Nonetheless, even when the MIL does not illuminate on the non-FFV burning an ethanol-gasoline mixture, proper catalytic operation of the catalytic converter for a non-FFV burning higher percentages of ethanol may not be achieved as soon as necessary to prevent the emission of some pollution products resulting from burning the gasoline contained in the mixture, especially upon initial cold engine start. This is because the catalytic converter needs to rise to an internal temperature of approximately 300 C before it can 'fire off' and commence its intended catalytic function operation. When burning large concentrations of ethanol in a non-FFV, the cooler burning characteristics of ethanol fuel than gasoline fuel may delay reaching the 'fire-off' temperature in a non-FFV as quickly as when burning gasoline. Any additional pollution, however, is only going to be emitted for a very short distance when burning E85 in a non-FFV, as the catalytic converter will nonetheless still 'fire off' quite quickly and commence catalytic operation shortly. It is not known whether the small amount of pollution emitted prior to catalytic converter 'fire off' may actually be reduced even during the cold startup phase, as well as once catalytic operation commences, when burning E85 in a non-FFV. Likewise, even once the catalytic converter 'fires off', operation with the MIL illuminated will still result in excess amounts of nitrogen oxides being released, greater than when operating the engine on gasoline. The solution is simply to add gasoline, and extinguish the Malfunction Indicator Lamp (MIL), at which time exhaust pollutants will return to within normal limits.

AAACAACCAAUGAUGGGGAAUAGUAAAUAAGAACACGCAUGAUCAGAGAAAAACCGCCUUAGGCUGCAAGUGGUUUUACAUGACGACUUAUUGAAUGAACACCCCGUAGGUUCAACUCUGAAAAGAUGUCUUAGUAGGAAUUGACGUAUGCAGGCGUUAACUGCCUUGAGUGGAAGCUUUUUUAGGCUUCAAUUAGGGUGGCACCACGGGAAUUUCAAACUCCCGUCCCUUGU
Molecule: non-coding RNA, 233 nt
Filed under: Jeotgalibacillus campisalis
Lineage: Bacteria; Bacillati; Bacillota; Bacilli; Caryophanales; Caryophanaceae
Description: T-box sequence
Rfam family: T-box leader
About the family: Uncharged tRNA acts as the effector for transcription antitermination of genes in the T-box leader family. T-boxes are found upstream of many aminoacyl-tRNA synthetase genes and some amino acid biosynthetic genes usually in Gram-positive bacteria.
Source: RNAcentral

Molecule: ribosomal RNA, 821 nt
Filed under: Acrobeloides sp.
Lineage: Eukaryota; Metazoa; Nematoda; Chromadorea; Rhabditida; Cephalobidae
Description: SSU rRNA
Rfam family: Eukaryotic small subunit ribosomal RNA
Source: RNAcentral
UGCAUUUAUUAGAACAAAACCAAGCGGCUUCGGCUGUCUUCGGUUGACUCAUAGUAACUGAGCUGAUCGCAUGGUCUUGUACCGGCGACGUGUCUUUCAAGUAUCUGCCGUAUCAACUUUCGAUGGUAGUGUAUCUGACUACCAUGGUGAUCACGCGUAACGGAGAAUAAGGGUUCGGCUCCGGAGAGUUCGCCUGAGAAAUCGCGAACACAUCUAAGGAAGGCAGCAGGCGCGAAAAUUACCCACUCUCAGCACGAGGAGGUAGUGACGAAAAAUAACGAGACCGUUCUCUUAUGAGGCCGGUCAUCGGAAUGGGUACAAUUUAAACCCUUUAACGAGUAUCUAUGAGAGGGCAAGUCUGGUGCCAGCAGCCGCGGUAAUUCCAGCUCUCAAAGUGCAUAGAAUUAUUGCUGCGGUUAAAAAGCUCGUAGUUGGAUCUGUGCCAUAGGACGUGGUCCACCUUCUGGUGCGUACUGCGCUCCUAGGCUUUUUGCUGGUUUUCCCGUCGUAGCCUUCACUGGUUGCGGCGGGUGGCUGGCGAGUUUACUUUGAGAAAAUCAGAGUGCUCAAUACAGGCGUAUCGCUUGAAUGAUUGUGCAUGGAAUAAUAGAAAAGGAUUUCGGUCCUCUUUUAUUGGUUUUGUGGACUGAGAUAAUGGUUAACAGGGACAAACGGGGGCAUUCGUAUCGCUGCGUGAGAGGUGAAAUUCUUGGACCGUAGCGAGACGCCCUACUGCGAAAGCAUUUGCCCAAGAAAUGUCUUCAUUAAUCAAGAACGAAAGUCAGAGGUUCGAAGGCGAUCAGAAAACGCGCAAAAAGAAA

For non-FFVs burning E85 once the MIL illuminates, it is the lessened amount of fuel injection than what is needed that causes the air fuel mixture to become too lean; that is, there is not enough fuel being injected into the combustion process, with the result that the oxygen content in the exhaust rises out of limits, and perfect (i.e., stoichiometric) combustion is lost if the percentage of ethanol in the fuel tank becomes too high. It is the loss of near-stoichiometric combustion that causes the excessive loss of fuel economy in non-FFVs burning too high a percentage of ethanol versus gasoline in their fuel mix